I have a desire or calling to either be a mentor or coach. How do you become an executive coach even without an MBA? Is it worth it to get that executive coaching certificate? – Media professional
A knowledge-based business, such as executive coaching or consulting about something you know, is a great business to launch. You can use your existing experience. Hopefully you have some existing credibility to jumpstart your marketing. Unlike a product business, you don’t have to worry about manufacturing, shipping or inventory.
This media professional-turned-aspiring coach is looking at training for her first step – i.e., MBA or coaching certificate. Either a graduate degree or certification might be helpful and even necessary, depending on the type of business she ultimately builds. However, both of these come with a significant investment of time and money (here are 10 questions to help you decide on graduate school as a next career step).
As a new entrepreneur, time and money are in short supply. Before spending either, you need to have a clearer sense of the business you will ultimately have. Here are three steps to launch your business, without requiring any big investments in advance:
1 — Land your first clients
You don’t need a certificate, degree, business cards, website, or any of the fancy trappings of business to land your first clients. People ultimately buy from people they know, like and trust, so your first clients are probably somewhere in your network already. You already have experience for the knowledge part of your business – just not as a business owner.
Think of people you already know who could use what you offer, and ask them to be your beta clients at no cost. Announce to your well-networked friends that you’re launching a coaching practice and ask them to pass it on. Or post on social media that you are offering complimentary consultations.
This first pass at self-promotion is also a good indication of whether going into business for yourself is something you really want to do. A lot of building a knowledge business comes down to self-promotion since people are buying your expertise and credibility. Luckily, you can promote yourself without being arrogant or pushy by focusing on facts (i.e., what you have accomplished) over hyperbole.
2 — Home in on what you like doing and who you like serving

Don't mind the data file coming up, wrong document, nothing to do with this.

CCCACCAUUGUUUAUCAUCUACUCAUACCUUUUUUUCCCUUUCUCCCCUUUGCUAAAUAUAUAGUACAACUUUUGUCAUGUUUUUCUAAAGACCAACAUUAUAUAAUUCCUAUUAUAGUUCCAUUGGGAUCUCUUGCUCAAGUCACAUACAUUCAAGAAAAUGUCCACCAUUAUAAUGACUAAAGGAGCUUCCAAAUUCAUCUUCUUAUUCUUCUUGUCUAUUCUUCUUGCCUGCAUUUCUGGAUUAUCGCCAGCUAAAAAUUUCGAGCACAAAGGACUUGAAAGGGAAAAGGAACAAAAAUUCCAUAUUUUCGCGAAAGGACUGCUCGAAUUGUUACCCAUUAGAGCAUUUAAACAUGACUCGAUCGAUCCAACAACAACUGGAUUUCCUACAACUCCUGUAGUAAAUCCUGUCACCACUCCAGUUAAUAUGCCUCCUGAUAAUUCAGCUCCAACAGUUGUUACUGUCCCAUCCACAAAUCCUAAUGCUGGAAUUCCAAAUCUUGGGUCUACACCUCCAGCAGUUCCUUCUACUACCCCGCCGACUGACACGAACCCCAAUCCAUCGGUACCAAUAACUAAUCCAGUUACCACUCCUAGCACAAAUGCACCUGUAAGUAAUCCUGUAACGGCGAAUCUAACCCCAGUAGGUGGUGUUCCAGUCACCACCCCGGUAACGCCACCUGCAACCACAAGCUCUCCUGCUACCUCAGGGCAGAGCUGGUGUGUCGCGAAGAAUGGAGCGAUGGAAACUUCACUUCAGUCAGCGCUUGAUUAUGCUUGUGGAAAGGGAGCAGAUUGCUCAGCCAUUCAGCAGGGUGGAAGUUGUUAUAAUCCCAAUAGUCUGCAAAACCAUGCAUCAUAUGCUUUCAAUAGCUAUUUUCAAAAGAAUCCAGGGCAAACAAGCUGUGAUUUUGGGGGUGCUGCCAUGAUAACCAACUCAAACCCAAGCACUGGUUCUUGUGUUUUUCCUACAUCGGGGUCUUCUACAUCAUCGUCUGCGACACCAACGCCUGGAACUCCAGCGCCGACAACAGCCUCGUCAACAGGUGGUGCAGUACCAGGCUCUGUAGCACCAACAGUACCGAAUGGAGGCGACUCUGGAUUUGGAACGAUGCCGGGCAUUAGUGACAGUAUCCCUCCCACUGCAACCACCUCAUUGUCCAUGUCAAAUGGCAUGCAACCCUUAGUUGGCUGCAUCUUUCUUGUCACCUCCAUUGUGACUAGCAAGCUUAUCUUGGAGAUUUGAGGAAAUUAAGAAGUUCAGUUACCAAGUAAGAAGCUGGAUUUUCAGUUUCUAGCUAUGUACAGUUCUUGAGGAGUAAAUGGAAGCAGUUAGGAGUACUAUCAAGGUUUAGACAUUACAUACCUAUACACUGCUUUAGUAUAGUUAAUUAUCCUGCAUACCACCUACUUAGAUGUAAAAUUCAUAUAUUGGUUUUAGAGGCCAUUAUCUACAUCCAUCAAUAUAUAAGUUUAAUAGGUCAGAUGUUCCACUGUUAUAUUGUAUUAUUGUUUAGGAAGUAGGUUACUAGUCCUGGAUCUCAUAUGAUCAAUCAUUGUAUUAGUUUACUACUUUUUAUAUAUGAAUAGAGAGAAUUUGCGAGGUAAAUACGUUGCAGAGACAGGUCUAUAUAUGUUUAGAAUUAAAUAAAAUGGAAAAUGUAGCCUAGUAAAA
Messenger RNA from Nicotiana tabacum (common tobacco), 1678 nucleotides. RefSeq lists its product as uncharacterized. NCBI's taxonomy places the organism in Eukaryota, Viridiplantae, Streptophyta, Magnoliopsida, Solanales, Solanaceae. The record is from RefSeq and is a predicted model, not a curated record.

These early clients will help you refine what your business offering should be based on what concerns people have — and are willing to get help for! You also get a better understanding of what concerns you like resolving. For executive coaching, there are many different areas you could cover – communicating effectively, managing teams, advancing your career and much more.
Your first clients will also give you an indication of who you like working with. As an executive coach with media background, you may assume you want to coach other media professionals. But you might find yourself working with people who aspire to enter the industry or who are adjacent to the industry (e.g., PR, advertising). Your clients might all be non-media people, which tells you that industry overlap may not matter for what you’re working on. Other issues to consider: what stage of career is your ideal client? What are their backgrounds and demographics?
3 — Confirm what skills, expertise and experience you need to do the work you want
As you serve your early clients and attempt to get more clients, you’ll learn more and more about the work you want to do. Looking for similarities in the clients who gravitate towards you will help you refine your value proposition and messaging. Objections you hear from people who don’t work with you (here’s how to get feedback on the jobs you don’t get) can help you identify gaps in your own skills, expertise or experience.
If you’re losing potential clients to other coaches with a certificate or MBA, then this is one indication that investing in that additional training may help you with that particular client base. Keep in mind, however, that there are many factors that influence a purchase decision – how you structure your coaching, pricing, timing. Your credentials are just one decision factor
Keep doing the work while getting more work
Whether you decide to invest in a certificate or degree or not, don’t stop working with clients. Building a business is about doing the work, not just getting ready to do the work. If you happen to land a lot of clients early, don’t stop marketing for more clients. Staying in business requires having ongoing leads in your pipeline. You need to get comfortable with both doing the work and getting more work.
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